I’m often asked which spices are essential for good British Indian Restaurant (BIR) style cooking. Indian curry house cooking is different to more authentic styles in that it was adapted to make great tasting meals fast in a busy restaurant.
I have about every spice going in my spice larder but there are a few spices/ spices mixes (masalas) I use all the time. These are the spices I keep topped up for quick meals after work. They are the spices you will need to have on hand if you are interested in perfecting your BIR cooking skills.
Not everyone cooks as much BIR meals as I do at home so you may wish to prepare the spices in small amounts so that your meals taste exciting and fresh.
I also recommend sourcing an Indian spice container – such as a spice dabbas (pictured below) or perhaps something more modern like the nifty air-tight stainless steel spice jars that were sent to me by my friends at Brabantia. I love these containers and highly recommend them if you are using spices often.
I visit quite a few Indian restaurant kitchens and most have a nice line up of spices at the ready. I’ve copied these spice collections for my British Indian restaurant selection at home.
So here you go. I do roast all of my spices to release the essential oils. You should do the same. To do so, simply add the whole spices to a dry frying pan and roast over medium heat until the spices are fragrant and warm. Be sure to remove them from the heat to a cool container just before they begin to smoke.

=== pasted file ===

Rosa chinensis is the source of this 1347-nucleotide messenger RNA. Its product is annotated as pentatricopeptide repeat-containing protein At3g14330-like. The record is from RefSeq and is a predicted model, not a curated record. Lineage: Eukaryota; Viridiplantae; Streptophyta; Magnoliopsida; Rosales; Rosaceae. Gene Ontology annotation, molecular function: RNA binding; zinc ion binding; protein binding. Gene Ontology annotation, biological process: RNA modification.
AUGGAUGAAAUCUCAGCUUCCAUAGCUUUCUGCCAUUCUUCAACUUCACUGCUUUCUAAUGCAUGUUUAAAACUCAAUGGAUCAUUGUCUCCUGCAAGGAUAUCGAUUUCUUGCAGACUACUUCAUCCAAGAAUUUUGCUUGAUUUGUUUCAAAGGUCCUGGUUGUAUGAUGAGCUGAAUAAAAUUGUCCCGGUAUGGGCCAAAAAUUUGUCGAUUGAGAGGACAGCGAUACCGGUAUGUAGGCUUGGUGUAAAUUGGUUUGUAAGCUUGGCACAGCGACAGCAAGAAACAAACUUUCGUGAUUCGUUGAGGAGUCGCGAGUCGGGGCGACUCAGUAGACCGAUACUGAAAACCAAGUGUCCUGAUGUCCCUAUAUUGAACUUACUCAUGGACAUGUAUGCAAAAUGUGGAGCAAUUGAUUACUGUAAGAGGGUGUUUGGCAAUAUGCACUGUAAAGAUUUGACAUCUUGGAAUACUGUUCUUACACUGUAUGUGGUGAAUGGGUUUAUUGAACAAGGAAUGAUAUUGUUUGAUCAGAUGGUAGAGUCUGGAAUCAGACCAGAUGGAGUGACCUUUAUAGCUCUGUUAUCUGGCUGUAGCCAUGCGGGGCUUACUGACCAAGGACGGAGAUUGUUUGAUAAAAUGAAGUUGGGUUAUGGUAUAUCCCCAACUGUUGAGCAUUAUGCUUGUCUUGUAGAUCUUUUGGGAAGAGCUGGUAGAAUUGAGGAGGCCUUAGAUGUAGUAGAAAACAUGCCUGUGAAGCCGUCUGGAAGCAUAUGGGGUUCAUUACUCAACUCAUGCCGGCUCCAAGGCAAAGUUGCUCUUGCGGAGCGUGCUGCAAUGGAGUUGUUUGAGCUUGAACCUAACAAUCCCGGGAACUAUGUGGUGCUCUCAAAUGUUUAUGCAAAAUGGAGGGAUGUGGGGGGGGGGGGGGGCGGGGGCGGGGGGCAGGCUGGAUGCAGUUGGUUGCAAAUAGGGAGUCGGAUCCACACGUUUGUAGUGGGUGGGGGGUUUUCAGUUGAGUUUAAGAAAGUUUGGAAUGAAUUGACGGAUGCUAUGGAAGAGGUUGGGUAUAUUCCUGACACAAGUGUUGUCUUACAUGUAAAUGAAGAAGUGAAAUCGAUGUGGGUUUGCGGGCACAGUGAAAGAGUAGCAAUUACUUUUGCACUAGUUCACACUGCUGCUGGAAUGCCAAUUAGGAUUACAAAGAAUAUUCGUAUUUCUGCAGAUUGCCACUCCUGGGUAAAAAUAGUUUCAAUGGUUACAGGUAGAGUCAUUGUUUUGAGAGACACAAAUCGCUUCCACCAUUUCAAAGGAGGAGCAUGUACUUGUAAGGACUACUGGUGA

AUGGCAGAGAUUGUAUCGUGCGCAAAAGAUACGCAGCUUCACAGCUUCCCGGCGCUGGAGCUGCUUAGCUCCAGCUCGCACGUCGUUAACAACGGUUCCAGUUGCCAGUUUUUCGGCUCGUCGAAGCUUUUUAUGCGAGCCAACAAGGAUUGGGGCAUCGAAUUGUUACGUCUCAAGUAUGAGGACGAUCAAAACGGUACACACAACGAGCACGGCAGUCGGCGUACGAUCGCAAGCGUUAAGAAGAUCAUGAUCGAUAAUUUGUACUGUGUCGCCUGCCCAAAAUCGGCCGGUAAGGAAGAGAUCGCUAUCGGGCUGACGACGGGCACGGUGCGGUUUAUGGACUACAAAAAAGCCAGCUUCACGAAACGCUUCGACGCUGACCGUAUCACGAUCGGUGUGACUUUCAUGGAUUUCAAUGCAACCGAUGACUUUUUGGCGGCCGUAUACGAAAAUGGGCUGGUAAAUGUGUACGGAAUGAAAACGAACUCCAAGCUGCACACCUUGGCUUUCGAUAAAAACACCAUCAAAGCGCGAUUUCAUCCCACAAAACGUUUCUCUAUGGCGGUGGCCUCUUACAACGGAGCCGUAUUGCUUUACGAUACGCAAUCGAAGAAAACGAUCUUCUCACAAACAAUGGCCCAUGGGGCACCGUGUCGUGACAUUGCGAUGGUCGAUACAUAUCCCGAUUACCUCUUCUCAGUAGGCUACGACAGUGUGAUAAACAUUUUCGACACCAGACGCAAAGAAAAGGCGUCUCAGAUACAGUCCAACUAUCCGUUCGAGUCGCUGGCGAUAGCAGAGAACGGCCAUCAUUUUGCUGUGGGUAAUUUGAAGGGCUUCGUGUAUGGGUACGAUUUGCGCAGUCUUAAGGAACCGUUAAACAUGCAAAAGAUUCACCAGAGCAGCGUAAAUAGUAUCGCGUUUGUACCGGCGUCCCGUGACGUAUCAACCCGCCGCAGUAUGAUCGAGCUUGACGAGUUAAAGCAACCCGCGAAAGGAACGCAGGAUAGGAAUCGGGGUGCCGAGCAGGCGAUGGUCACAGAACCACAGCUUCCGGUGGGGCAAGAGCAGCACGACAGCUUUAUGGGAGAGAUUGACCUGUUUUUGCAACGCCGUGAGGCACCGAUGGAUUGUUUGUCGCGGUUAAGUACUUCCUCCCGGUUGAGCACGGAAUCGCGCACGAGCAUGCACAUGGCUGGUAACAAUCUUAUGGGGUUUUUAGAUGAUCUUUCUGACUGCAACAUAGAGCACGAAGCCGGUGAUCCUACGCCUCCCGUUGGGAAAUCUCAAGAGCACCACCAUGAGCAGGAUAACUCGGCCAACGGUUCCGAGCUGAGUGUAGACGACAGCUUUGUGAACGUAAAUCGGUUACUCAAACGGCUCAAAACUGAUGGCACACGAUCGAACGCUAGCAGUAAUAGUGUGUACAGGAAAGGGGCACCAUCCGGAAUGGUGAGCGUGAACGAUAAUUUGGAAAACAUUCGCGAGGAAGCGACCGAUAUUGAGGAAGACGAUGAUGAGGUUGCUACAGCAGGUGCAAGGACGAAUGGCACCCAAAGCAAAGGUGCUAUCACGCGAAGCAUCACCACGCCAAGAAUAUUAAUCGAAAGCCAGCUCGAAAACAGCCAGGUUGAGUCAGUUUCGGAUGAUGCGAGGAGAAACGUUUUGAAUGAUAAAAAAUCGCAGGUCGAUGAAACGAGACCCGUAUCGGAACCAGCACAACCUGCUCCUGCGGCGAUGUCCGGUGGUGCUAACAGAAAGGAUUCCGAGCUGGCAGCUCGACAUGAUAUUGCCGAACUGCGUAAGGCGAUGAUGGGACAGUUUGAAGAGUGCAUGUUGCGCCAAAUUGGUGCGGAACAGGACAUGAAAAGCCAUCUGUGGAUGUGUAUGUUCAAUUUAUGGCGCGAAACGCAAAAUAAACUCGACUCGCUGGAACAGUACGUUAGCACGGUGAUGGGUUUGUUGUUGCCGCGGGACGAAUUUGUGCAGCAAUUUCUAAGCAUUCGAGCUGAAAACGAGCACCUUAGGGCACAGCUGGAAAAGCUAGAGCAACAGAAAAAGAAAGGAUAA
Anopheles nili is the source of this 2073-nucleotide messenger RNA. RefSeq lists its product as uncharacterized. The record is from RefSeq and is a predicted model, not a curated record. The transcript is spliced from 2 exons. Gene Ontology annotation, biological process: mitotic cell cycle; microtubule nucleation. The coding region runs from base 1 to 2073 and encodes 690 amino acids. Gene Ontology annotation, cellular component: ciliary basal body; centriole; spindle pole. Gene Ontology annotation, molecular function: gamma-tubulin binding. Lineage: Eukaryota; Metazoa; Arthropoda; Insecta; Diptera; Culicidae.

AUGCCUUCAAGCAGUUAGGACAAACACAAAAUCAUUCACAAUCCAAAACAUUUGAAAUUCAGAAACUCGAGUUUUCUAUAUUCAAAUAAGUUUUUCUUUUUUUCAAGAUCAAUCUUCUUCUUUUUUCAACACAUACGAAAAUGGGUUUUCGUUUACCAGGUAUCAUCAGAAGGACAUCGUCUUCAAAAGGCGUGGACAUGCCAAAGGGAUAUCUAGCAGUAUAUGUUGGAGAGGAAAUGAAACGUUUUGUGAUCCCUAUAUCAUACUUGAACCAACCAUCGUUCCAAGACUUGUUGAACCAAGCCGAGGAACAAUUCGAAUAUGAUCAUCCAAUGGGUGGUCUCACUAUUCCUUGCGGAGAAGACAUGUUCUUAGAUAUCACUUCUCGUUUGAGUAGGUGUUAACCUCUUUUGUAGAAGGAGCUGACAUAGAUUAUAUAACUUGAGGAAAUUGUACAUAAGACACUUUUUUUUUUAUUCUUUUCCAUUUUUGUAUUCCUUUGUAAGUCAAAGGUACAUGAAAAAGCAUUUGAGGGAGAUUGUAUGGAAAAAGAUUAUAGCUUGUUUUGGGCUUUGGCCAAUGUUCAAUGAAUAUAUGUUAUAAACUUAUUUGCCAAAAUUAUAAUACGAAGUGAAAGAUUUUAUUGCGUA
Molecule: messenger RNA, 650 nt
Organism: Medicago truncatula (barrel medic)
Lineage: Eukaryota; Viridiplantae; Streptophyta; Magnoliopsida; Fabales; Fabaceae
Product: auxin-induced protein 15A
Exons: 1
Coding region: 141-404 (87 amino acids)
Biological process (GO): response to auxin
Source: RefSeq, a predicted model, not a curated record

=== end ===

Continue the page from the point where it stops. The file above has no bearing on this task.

Then grind them and store as discussed above.
My British Indian Restaurant (BIR) Essential Spices
- Garam Masala – This is my curry powder. I have many different recipes that I use. Currently I’m using this one
- Tandoori Masala – This is a very useful spice blend for you tandoori fans out there. I tend to go from this recipe to a rather more simple version which is just my garam masala recipe with a nice big pinch of citric acid powder. Both work really well.
- Turmeric – I purchase this in powdered form. Generally speaking, I use about a teaspoon or so per for person curry. You don’t need a lot.
- Cumin – I purchase the seeds and then roast them. The flavour is so much nicer than the stale ground cumin you find at most shops.
- Coriander – Look for small coriander seeds that look fresh. Coriander seeds begin to look and taste a lot like sawdust when too old.
- Red Chili Powder – I use a spicy Kashmiri powder and also a mild smoked paprika.
- Salt and pepper – I use my spiced salt blend. You can find the recipe here but plain flaky salt and black pepper will do the job just fine.
<strong>Disclaimer:</strong>Brabantia supplied me with my new spice containers free of charge. I highly recommend them.